Tuesday, June 18, 2013

Tuesday roundup (06-18-13)

European Car Sales Fall to 20-Year Low Amid Unemployment (Bloomberg) EU car sales slide to 20-year low: European car sales slumped to a 20-year low in May as record unemployment took its toll and the eurozone’s recession spread to the core, with drastic falls in a string of countries. (The Telegraph)

REPORT: Cyprus Wants To Redo The Massive Bank Bailout (The Business Insider)

China Stimulated Its Economy Like Crazy After The Financial Crisis ... And Now The Nightmare Is Beginning (The Business Insider)

[In the US:] Key Measures show low and falling inflation in May (Calculated Risk blog)

If the Fed can’t rein in big banks, breaking them up won’t work either (MacLean's)

Ruinous promises: States cannot pretend to be in good financial health unless they tackle pensions (The Economist)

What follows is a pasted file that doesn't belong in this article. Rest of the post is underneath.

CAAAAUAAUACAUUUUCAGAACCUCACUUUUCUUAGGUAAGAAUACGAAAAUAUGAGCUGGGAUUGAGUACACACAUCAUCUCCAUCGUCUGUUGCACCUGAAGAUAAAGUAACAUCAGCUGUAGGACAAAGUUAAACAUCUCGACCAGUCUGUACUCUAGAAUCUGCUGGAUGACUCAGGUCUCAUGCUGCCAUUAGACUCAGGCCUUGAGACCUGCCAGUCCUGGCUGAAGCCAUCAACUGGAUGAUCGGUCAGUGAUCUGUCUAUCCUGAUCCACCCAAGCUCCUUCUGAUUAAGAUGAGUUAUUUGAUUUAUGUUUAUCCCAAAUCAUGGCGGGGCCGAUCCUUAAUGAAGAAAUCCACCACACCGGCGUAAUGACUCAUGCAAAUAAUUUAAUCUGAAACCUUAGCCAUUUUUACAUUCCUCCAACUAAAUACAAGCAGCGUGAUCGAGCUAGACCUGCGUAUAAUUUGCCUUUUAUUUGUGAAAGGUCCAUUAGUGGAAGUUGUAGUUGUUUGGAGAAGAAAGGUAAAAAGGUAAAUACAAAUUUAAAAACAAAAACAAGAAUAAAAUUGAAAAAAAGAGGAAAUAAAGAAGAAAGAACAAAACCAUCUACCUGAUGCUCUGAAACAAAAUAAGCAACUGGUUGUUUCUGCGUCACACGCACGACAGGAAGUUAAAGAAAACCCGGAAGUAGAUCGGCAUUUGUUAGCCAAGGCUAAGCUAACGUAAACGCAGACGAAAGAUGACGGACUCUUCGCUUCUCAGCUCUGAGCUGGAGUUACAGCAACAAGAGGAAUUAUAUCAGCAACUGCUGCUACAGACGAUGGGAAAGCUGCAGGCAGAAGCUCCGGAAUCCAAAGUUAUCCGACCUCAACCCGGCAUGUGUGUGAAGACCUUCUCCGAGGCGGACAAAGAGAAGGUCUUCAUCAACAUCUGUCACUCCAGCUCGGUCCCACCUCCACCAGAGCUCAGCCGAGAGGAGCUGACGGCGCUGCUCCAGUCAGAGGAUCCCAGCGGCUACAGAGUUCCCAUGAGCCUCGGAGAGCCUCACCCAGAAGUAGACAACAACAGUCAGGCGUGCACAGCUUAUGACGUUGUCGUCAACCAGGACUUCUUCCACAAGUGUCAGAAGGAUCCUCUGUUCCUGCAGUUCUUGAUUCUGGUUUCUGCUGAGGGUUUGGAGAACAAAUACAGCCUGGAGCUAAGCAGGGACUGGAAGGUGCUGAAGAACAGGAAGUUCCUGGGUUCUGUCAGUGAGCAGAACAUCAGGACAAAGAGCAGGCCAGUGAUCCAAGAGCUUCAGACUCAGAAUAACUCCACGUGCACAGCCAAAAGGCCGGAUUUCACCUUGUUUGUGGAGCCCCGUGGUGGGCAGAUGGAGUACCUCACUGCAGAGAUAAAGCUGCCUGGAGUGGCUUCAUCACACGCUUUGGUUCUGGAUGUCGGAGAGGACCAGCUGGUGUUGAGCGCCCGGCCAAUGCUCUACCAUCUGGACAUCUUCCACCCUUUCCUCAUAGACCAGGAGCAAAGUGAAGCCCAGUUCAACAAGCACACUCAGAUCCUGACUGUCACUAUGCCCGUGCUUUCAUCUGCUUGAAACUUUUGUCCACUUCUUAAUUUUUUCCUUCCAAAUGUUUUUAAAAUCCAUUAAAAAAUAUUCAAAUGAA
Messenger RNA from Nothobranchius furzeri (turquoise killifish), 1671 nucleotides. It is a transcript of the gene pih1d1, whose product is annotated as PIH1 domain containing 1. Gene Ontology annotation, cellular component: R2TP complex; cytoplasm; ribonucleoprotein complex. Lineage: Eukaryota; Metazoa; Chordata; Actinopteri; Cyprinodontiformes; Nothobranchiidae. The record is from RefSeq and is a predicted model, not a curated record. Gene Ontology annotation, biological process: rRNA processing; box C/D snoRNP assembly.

Commerzbank to shed more than 5,000 jobs: source (Reuters)

Stora Enso lays off 2,500 workers worldwide (The Associated Press)

     The aim of this blog is to show (mostly from reports in mainstream respected news sources) that there is reason to believe that both the United States and the global economies remain fragile in the wake of the financial crisis of 2008 and that a number of threats that exist today could, if they worsened, bring about economic depression -- not just a minor depression, but a depression worse than the Great Depression. This blog further attempts to show that the financial crisis of 2008 was largely a result of the devastating consequences of excessive risk taking and the absence of effective regulation of such behavior. Furthermore, this blog maintains that not only have the lessons that should have been learned from this experience not been learned, but that the risks to the economy, including the persistent building up of "too big to fail" institutions, have actually increased since the crisis began. Finally this blog also brings to light, from time to time, reports of a parallel threat to economic well-being developing in the energy industry, which suggest an energy shock may be coming much closer in time than is generally imagined.

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